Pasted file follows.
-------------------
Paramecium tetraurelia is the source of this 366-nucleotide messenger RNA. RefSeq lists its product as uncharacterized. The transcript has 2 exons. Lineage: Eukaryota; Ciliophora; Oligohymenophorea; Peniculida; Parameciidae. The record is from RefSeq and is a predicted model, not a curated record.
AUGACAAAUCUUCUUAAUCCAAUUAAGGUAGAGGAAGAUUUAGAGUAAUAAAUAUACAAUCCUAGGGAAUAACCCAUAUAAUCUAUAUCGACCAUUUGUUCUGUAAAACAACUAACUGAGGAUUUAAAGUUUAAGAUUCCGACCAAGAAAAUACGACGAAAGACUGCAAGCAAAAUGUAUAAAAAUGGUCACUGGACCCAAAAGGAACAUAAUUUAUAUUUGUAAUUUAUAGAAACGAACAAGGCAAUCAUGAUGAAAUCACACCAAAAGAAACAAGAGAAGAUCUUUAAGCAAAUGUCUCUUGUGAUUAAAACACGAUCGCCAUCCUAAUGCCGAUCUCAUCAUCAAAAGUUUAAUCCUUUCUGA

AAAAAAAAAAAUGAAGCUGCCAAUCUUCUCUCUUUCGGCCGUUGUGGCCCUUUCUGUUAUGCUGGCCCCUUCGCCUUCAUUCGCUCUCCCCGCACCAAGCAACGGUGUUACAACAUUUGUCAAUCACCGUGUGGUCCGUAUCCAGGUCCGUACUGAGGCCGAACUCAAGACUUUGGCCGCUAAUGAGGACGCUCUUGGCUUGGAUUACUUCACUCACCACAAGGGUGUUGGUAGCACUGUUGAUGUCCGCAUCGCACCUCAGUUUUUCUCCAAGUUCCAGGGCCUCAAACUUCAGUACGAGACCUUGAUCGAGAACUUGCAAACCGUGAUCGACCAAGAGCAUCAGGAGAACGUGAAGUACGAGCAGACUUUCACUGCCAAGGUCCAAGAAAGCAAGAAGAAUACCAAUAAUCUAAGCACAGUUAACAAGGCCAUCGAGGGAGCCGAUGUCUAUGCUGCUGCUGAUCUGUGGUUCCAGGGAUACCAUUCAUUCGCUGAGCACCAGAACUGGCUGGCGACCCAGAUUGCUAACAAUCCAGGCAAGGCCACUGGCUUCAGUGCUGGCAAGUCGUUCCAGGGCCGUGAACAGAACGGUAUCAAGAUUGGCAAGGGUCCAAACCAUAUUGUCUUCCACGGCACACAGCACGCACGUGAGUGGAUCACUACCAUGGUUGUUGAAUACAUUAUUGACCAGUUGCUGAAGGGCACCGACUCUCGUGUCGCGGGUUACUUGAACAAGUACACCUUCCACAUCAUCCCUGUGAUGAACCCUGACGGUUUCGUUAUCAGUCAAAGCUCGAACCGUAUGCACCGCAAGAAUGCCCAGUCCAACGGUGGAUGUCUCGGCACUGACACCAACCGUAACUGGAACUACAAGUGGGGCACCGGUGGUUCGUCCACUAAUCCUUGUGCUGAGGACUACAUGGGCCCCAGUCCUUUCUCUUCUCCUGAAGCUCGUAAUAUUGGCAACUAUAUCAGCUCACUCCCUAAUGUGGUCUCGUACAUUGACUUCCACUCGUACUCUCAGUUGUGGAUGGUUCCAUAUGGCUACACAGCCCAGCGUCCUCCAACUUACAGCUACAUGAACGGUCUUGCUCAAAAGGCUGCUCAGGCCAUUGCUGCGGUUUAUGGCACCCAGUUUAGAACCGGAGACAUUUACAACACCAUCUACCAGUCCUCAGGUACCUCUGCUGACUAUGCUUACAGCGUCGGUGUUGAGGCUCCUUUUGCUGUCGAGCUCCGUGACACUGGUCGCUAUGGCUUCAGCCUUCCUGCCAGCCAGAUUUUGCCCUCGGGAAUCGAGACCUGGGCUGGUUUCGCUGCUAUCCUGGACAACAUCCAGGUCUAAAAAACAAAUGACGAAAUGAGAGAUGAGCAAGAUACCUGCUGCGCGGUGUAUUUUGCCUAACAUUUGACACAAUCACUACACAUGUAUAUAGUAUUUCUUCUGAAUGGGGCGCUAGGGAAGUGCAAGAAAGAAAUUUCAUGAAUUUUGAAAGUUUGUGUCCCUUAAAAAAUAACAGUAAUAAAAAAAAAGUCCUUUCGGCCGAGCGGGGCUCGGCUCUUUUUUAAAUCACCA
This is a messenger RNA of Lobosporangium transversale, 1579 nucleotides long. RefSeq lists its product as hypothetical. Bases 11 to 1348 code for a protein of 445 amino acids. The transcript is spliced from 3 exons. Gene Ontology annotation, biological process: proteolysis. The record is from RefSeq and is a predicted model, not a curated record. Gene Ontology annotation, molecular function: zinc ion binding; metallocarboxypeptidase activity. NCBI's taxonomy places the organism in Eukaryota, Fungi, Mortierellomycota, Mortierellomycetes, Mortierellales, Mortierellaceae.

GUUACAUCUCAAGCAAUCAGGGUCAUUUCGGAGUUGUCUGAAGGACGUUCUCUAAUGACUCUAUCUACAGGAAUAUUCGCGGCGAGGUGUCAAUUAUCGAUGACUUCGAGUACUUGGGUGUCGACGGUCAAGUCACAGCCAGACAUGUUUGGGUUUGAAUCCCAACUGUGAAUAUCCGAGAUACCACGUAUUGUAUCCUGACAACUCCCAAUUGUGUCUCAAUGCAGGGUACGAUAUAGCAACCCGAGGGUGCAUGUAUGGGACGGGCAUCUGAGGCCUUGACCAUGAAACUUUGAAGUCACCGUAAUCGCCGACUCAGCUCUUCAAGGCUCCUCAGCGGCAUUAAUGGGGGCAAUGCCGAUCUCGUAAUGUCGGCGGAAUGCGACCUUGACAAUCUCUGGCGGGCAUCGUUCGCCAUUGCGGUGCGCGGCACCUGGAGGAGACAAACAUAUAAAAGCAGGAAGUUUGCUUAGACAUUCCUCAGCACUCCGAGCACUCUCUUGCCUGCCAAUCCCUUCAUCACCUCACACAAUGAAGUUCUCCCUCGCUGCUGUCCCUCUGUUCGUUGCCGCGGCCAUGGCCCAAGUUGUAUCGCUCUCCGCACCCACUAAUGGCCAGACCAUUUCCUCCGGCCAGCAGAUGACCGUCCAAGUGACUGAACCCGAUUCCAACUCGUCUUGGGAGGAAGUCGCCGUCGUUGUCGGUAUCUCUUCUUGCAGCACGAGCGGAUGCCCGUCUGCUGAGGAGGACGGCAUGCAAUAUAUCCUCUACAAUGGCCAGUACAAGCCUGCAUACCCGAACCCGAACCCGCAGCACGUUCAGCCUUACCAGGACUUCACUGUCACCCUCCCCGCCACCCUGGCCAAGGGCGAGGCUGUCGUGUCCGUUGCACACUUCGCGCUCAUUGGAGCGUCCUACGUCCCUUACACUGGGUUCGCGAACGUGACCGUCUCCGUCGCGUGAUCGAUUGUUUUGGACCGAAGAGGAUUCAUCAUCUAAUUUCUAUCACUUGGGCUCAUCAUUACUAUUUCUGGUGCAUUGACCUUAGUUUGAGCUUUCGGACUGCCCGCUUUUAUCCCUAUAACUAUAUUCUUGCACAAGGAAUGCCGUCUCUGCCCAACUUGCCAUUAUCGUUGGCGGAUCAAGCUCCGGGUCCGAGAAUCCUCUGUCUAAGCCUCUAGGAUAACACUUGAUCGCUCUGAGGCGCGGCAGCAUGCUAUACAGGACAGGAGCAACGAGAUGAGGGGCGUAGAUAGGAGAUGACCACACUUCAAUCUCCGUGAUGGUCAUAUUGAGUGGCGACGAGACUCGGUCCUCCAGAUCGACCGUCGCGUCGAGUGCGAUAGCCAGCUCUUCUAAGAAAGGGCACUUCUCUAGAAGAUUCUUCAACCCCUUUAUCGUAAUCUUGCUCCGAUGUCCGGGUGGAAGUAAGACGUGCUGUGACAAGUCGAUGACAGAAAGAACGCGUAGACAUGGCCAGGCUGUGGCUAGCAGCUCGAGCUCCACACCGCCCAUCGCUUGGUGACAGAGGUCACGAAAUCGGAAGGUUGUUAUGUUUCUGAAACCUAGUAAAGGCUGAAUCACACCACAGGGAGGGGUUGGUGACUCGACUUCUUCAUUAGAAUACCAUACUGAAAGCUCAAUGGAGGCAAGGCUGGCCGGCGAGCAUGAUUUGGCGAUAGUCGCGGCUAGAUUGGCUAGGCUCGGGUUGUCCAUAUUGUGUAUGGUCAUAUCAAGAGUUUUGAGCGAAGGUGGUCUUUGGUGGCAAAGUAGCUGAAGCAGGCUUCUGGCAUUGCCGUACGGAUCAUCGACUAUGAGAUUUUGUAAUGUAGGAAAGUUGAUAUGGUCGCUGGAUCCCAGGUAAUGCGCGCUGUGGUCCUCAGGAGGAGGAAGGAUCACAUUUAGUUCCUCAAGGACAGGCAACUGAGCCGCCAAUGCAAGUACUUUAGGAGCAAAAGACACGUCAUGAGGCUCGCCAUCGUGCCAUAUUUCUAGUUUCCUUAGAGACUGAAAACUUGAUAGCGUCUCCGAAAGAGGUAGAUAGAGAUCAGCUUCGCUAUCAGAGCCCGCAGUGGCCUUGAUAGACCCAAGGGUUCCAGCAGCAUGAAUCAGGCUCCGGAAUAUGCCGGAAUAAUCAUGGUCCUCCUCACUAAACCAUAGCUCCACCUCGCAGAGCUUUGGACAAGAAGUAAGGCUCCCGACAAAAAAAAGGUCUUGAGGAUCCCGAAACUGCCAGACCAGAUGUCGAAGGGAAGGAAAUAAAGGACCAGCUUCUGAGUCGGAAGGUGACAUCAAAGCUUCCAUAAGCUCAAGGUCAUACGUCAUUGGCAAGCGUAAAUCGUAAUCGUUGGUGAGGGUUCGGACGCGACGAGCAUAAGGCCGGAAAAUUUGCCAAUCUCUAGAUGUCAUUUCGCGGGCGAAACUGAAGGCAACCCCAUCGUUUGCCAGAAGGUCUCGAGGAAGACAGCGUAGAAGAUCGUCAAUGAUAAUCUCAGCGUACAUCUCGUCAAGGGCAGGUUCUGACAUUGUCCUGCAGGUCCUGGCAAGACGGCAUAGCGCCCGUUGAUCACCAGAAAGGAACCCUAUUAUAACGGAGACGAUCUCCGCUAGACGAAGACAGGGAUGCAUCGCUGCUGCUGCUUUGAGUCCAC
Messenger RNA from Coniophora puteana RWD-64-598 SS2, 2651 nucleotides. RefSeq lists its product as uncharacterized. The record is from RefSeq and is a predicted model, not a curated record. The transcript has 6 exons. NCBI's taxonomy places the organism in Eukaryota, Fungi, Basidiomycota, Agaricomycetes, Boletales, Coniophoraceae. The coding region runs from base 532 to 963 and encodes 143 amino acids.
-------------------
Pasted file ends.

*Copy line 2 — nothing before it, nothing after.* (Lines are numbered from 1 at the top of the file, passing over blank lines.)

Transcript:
AUGACAAAUCUUCUUAAUCCAAUUAAGGUAGAGGAAGAUUUAGAGUAAUAAAUAUACAAUCCUAGGGAAUAACCCAUAUAAUCUAUAUCGACCAUUUGUUCUGUAAAACAACUAACUGAGGAUUUAAAGUUUAAGAUUCCGACCAAGAAAAUACGACGAAAGACUGCAAGCAAAAUGUAUAAAAAUGGUCACUGGACCCAAAAGGAACAUAAUUUAUAUUUGUAAUUUAUAGAAACGAACAAGGCAAUCAUGAUGAAAUCACACCAAAAGAAACAAGAGAAGAUCUUUAAGCAAAUGUCUCUUGUGAUUAAAACACGAUCGCCAUCCUAAUGCCGAUCUCAUCAUCAAAAGUUUAAUCCUUUCUGA